But when the fullness of time had come, God sent his Son, born of a woman, born under the law, in order to redeem those who were under the law, so that we might receive adoption as children.
This statement by St. Paul creates interpretive anxiety (yes, that is a thing) for me, because I know that if I asked my Jewish friends if they considered the law to be something they needed to be redeemed from, they would probably laugh, or scoff at the notion. In fact, I know from my conversations with them that they regard their observance of the law as a faithful response to the grace of God.
So, I think it is important to clear some things up about what, I think, St. Paul was meaning. First, biblical scholars have given ample evidence that St. Paul was not anti-law or antisemitic—I mean, he was a Jew himself—and that he actually held the law in very high regard. Therefore, the rhetoric that seems to be disparaging of the law is actually a critique on piety and loyalty to God that is displayed only on the outside but isn’t there on the inside. Essentially, it is the difference between fear and faith.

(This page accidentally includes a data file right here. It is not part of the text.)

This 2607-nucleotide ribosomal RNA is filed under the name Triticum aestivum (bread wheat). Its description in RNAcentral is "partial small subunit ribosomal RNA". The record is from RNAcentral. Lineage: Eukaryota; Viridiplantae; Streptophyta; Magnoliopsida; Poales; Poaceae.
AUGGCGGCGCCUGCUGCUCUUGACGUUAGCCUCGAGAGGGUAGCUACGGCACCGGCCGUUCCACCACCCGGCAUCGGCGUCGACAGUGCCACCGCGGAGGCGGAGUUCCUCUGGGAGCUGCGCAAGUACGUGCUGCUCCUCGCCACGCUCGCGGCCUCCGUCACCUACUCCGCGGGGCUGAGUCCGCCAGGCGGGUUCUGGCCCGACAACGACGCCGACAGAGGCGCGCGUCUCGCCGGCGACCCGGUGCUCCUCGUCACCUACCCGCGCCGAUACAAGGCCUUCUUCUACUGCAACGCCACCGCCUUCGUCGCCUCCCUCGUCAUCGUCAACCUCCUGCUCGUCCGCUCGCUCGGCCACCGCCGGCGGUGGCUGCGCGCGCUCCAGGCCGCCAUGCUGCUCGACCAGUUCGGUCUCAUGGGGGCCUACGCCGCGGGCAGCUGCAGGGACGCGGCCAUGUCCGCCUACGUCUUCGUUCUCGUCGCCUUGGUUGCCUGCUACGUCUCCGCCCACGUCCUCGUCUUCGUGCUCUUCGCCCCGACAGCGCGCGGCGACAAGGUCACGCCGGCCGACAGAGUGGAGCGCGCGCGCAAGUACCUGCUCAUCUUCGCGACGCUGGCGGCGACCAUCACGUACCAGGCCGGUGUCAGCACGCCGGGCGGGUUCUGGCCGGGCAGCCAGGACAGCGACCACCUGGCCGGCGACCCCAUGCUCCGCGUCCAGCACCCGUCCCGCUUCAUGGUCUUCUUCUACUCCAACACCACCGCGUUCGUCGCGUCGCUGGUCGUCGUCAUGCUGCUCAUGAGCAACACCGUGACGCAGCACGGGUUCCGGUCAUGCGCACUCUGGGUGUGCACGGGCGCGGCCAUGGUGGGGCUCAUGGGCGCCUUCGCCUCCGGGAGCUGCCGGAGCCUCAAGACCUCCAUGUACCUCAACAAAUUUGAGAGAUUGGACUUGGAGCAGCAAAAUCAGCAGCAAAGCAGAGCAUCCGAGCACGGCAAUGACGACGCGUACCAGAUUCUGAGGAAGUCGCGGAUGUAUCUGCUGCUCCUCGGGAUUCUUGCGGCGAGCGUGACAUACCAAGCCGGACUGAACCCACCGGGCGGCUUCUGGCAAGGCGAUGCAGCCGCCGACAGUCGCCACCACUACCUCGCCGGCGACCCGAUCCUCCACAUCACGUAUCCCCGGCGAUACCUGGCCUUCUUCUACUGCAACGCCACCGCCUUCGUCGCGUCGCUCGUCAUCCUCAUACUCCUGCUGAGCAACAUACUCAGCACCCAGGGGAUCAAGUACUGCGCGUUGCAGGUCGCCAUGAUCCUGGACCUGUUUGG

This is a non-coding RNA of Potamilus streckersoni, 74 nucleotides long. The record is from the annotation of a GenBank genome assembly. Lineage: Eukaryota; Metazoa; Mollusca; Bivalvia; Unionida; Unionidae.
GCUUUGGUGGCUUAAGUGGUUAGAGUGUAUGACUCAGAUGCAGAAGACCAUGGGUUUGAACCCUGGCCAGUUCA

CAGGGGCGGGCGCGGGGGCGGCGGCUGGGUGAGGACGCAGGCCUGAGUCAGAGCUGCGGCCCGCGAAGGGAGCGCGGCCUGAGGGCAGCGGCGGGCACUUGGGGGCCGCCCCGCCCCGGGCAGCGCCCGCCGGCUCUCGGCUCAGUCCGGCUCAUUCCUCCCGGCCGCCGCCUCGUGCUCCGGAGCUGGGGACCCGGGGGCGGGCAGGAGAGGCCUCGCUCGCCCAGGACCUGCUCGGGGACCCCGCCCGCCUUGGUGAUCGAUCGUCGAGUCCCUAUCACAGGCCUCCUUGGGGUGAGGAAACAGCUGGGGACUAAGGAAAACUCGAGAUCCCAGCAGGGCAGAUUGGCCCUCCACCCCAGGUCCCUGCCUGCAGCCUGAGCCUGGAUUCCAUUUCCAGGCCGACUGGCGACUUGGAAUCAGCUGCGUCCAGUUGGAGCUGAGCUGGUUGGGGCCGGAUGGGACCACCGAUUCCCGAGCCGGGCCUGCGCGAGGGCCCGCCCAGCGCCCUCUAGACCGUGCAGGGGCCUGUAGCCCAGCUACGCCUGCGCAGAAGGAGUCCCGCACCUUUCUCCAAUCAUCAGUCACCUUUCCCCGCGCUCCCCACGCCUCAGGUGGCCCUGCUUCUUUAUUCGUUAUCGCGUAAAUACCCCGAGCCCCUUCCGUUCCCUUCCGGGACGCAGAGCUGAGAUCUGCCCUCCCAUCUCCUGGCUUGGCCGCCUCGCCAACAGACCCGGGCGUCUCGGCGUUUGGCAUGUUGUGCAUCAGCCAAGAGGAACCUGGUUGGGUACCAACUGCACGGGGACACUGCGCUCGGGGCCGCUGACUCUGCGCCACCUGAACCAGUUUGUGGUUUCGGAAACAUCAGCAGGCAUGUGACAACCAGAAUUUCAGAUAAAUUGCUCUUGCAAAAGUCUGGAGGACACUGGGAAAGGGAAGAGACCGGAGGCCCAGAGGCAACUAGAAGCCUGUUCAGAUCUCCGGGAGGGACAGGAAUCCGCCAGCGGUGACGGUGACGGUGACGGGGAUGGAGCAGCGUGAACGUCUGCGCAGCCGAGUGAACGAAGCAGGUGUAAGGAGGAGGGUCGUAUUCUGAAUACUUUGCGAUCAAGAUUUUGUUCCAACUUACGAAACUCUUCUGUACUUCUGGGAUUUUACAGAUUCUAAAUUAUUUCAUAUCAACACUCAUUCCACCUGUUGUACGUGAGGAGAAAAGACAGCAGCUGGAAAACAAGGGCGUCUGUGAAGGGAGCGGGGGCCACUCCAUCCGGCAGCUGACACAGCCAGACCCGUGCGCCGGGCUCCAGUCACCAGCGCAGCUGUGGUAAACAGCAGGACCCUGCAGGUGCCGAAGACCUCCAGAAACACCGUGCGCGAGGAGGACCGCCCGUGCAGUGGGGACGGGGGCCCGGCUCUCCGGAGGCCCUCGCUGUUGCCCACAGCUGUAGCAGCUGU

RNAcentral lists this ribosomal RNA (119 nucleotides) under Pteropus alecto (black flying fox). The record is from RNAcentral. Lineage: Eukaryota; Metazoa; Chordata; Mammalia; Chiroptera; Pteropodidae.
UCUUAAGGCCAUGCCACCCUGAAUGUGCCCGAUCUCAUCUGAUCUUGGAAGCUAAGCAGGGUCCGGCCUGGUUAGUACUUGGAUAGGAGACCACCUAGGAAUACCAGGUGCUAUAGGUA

Often, we ask the question during this season, “will we make room for the Christ child in our heart?” It’s a little bit of hackneyed question, but it’s still a good one to be asking ourselves right now. Are we living our lives from a place of fear and guilt or from a place of love and faith? I believe the answer to that question is to know that the latter only can happen when we have invited Christ in?